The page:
MSR Whisperlite?

Discussion in 'Cooking & Water Purification' started by rbinhood, Jun 20, 2019.

  1. rbinhood

    rbinhood Scout

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    Looking at a MSR Whisperlite and wondering what people think of them? Reviews suggest some folks are critical of their inability to simmer easily, others have had problems with the pump getting a good seal with fuel bottles(does not seem to be an issue if you use an MSR fuel bottle).

    I need another stove like I need a hole in the head, but they are currently on sale at Back Country Edge at a very good price.
     
  2. xrayit

    xrayit Supporter Supporter Bushcraft Friend

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    I like the Wisperlite, have owned one since mid 80’s that still works perfectly, I did buy a new pump assembly after 18 years and do general maintenance on the pump every couple years. Bought the universal version a couple yeas ago and have been happy with the performance. If I am going to be actually cooking a meal I will choose another stove and not typically take the Wisperlite although I have cooked many lunches using the Wisperlight and a stainless steel MSR pan.
     
  3. hillst1

    hillst1 Supporter Supporter

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    I have two and they have never failed me.
     
  4. tomcfitz

    tomcfitz Supporter Supporter

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    From what I'm aware, the Whisperlite, or Whsiperlite International are pretty much the gold standard for liquid fuel backpacking stoves.

    I've never had a single issue with mine, but I did get a Kovea Booster+, since I like that it can use canisters as well as liquid fuel without any modification or changes.
     
  5. Guttersnipe

    Guttersnipe Supporter Supporter

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    I've had one for over 20 years and think it's a good stove.
    Recently acquired the international, multi-fuel version, but haven't had the opportunity to use it yet.
     
  6. Red Yeti

    Red Yeti Mostly Harmless Hobbyist Supporter Bushclass I Bushclass II

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    Pretty much the same experience as above. Have used them for ..gosh 30 years.. excellent stove. I have no real issues with lower simmer levels, just need to keep the pressure up in the tank and keep your attention on cooking.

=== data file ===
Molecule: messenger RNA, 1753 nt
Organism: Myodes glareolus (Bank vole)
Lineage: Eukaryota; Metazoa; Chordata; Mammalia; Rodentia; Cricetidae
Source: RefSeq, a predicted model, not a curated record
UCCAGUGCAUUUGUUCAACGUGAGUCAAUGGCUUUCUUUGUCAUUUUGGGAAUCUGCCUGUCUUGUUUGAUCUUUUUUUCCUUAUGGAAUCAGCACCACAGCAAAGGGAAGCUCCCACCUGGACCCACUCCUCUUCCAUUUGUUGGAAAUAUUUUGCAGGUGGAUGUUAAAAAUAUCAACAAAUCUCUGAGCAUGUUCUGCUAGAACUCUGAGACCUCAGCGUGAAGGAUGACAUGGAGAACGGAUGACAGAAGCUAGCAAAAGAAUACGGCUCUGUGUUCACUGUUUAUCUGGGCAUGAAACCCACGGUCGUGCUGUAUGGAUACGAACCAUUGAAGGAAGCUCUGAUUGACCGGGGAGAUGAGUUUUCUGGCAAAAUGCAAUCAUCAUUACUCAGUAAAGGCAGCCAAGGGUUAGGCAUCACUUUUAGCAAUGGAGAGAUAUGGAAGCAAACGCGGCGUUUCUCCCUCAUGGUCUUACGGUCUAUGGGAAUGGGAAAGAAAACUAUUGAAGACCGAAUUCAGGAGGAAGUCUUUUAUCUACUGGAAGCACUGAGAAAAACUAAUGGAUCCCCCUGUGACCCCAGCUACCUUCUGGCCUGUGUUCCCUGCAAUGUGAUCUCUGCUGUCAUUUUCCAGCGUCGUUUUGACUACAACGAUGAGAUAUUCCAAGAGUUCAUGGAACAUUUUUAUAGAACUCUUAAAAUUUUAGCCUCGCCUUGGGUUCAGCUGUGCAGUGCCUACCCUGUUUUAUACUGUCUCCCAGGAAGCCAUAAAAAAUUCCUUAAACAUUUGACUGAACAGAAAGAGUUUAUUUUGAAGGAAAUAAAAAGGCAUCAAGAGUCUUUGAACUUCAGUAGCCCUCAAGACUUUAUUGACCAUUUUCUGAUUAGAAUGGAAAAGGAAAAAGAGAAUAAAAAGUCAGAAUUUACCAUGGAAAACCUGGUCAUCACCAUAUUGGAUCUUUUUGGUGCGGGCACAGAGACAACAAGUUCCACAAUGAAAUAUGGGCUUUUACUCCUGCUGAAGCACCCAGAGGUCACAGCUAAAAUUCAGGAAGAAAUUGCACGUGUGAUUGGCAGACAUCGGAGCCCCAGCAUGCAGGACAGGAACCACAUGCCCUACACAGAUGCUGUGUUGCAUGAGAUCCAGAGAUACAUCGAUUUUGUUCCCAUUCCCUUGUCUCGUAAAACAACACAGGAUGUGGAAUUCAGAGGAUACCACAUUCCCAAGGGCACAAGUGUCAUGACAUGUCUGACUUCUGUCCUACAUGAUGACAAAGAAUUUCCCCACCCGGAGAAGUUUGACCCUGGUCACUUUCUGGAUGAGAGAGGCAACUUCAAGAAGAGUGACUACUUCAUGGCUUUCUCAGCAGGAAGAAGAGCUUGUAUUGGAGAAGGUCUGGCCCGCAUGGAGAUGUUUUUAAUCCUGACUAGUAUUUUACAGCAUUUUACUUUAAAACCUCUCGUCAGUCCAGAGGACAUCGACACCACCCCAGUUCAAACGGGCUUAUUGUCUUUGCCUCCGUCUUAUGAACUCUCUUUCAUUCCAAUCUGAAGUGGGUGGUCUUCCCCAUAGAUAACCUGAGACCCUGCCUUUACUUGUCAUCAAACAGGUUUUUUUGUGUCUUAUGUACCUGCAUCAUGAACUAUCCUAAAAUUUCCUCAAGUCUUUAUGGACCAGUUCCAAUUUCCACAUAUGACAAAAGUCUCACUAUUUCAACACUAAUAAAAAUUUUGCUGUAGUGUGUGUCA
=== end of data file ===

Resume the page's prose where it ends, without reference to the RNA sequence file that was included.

It is easily maintained and field repair is fine if you have some extra o rings. It is pretty compact. Long cooking time, and alot of heat for boiling water or melting snow.

    This has been my go to stove for cooking hundreds of meals in the wilds. If you want a liquid fuel stove, I would totally recommend a whisper lite. MSR is a good CO to deal with too if you ever do have a problem.

    Good luck!

    :38::38:
     
  7. SmilinJoe

    SmilinJoe Supporter Supporter Bushcraft Friend

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    I just picked up a Whisper lite at a garage sale a couple weeks back. Had the box and everything, didn't even look like it was ever fired. So am I able to buy some kind of conversion for canister fuel?

     
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  8. Ohio_Steve

    Ohio_Steve Lost again... Supporter Bushcraft Friend

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    I have had my Whisperlite since the early '90s, and it has always worked well. I did let it sit for several years, and needed to rebuild the pump. The seals had dried out, and it leaked under pressure. But that was from my negligence, not the fault of the stove.

    Simmering works fine. But there are times when you need to keep it high to keep it from blowing out in the wind, or that you want a really low heat. For that (as wells as on my Coleman white gas stove and on my JetBoil), I use my grandmother's ancient stove top heat diffuser, like this one. I keep it in the trailer cooking kit.

    (Google image)
    heat-diffuser-gas-hob-only-in-stainless-steel-cm-plate-for-stove.jpg
     
  9. rbinhood

    rbinhood Scout

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    https://www.facebook.com/marketplac..._62035381819_309665515643_pla-703735347113_c_
     
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  10. Forestree

    Forestree Treeforest Supporter Bushclass I Bushclass II

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    My dad bought a whisperlite back in the mid 80s to replace an Optimus box stove (not that there was anything wrong with it). I continued to use the whisperlite up until maybe 2000s? when I bought a simmerlite. Pretty much the same stove and uses the same pump but can cook at a lower intensity much better. The whisperlite is like a jet engine and can bring water to a boil in a jiffy, but doesn’t “simmer” very well from my experience. Mine still works and I’d imagine it will last forever.

    Never used the international or multifuel version so I can’t comment on that as I’ve always used mine with white gas.
     
  11. winter1857

    winter1857 Supporter Supporter

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    I've had mine 15+ years now. An excellent small stove. It's one of those things that are so well made and perfect you JUST KNOW they'll stop making them sooner or later.
     
  12. BradGad

    BradGad Supporter Supporter

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    I own the Whisperlite International. (I can’t find it right now, or for the past six months, dammit, but I OWN it and have used it a lot.)

    It’s a great stove. The best. MSR is incapable of making sub-excellent gear and their customer service is top notch.

    I use a twig stove more, and sometimes an alcohol stove, or sometimes just a fire... because I like to be all simplistic and bushcrafty...